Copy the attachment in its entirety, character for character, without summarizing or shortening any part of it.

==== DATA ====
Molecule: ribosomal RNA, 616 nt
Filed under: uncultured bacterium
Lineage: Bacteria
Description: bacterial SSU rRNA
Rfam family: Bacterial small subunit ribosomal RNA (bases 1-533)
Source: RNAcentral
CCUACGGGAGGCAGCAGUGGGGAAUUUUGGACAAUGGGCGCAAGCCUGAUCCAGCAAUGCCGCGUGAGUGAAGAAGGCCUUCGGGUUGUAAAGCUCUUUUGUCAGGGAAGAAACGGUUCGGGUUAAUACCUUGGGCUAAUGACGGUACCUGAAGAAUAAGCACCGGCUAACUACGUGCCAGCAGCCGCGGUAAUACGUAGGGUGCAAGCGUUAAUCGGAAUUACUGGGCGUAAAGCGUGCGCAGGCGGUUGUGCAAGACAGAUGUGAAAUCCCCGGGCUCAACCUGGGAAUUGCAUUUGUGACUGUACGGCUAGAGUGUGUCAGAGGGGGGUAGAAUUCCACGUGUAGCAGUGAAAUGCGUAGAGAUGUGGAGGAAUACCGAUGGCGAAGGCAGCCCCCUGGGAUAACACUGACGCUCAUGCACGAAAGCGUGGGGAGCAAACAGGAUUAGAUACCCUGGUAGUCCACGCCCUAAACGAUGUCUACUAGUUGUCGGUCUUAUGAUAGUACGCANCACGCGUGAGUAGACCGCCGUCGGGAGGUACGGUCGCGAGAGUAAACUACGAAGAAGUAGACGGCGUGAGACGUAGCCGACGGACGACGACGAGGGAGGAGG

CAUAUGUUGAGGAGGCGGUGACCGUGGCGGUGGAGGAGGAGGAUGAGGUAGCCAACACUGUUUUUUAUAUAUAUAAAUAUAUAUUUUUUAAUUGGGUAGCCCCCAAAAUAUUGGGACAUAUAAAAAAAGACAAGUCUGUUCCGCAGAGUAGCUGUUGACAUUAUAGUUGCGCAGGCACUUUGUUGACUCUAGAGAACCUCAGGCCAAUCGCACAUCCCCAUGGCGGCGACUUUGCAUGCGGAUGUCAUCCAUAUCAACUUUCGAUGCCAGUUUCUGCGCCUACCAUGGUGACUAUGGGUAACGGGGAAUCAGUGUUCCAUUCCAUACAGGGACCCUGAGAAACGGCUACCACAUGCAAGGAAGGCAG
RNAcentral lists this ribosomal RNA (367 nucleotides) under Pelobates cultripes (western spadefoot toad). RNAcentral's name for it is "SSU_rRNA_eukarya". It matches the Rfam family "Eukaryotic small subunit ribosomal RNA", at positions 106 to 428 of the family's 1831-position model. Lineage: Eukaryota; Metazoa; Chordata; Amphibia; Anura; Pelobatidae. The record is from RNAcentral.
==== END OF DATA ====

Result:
Molecule: ribosomal RNA, 616 nt
Filed under: uncultured bacterium
Lineage: Bacteria
Description: bacterial SSU rRNA
Rfam family: Bacterial small subunit ribosomal RNA (bases 1-533)
Source: RNAcentral
CCUACGGGAGGCAGCAGUGGGGAAUUUUGGACAAUGGGCGCAAGCCUGAUCCAGCAAUGCCGCGUGAGUGAAGAAGGCCUUCGGGUUGUAAAGCUCUUUUGUCAGGGAAGAAACGGUUCGGGUUAAUACCUUGGGCUAAUGACGGUACCUGAAGAAUAAGCACCGGCUAACUACGUGCCAGCAGCCGCGGUAAUACGUAGGGUGCAAGCGUUAAUCGGAAUUACUGGGCGUAAAGCGUGCGCAGGCGGUUGUGCAAGACAGAUGUGAAAUCCCCGGGCUCAACCUGGGAAUUGCAUUUGUGACUGUACGGCUAGAGUGUGUCAGAGGGGGGUAGAAUUCCACGUGUAGCAGUGAAAUGCGUAGAGAUGUGGAGGAAUACCGAUGGCGAAGGCAGCCCCCUGGGAUAACACUGACGCUCAUGCACGAAAGCGUGGGGAGCAAACAGGAUUAGAUACCCUGGUAGUCCACGCCCUAAACGAUGUCUACUAGUUGUCGGUCUUAUGAUAGUACGCANCACGCGUGAGUAGACCGCCGUCGGGAGGUACGGUCGCGAGAGUAAACUACGAAGAAGUAGACGGCGUGAGACGUAGCCGACGGACGACGACGAGGGAGGAGG

CAUAUGUUGAGGAGGCGGUGACCGUGGCGGUGGAGGAGGAGGAUGAGGUAGCCAACACUGUUUUUUAUAUAUAUAAAUAUAUAUUUUUUAAUUGGGUAGCCCCCAAAAUAUUGGGACAUAUAAAAAAAGACAAGUCUGUUCCGCAGAGUAGCUGUUGACAUUAUAGUUGCGCAGGCACUUUGUUGACUCUAGAGAACCUCAGGCCAAUCGCACAUCCCCAUGGCGGCGACUUUGCAUGCGGAUGUCAUCCAUAUCAACUUUCGAUGCCAGUUUCUGCGCCUACCAUGGUGACUAUGGGUAACGGGGAAUCAGUGUUCCAUUCCAUACAGGGACCCUGAGAAACGGCUACCACAUGCAAGGAAGGCAG
RNAcentral lists this ribosomal RNA (367 nucleotides) under Pelobates cultripes (western spadefoot toad). RNAcentral's name for it is "SSU_rRNA_eukarya". It matches the Rfam family "Eukaryotic small subunit ribosomal RNA", at positions 106 to 428 of the family's 1831-position model. Lineage: Eukaryota; Metazoa; Chordata; Amphibia; Anura; Pelobatidae. The record is from RNAcentral.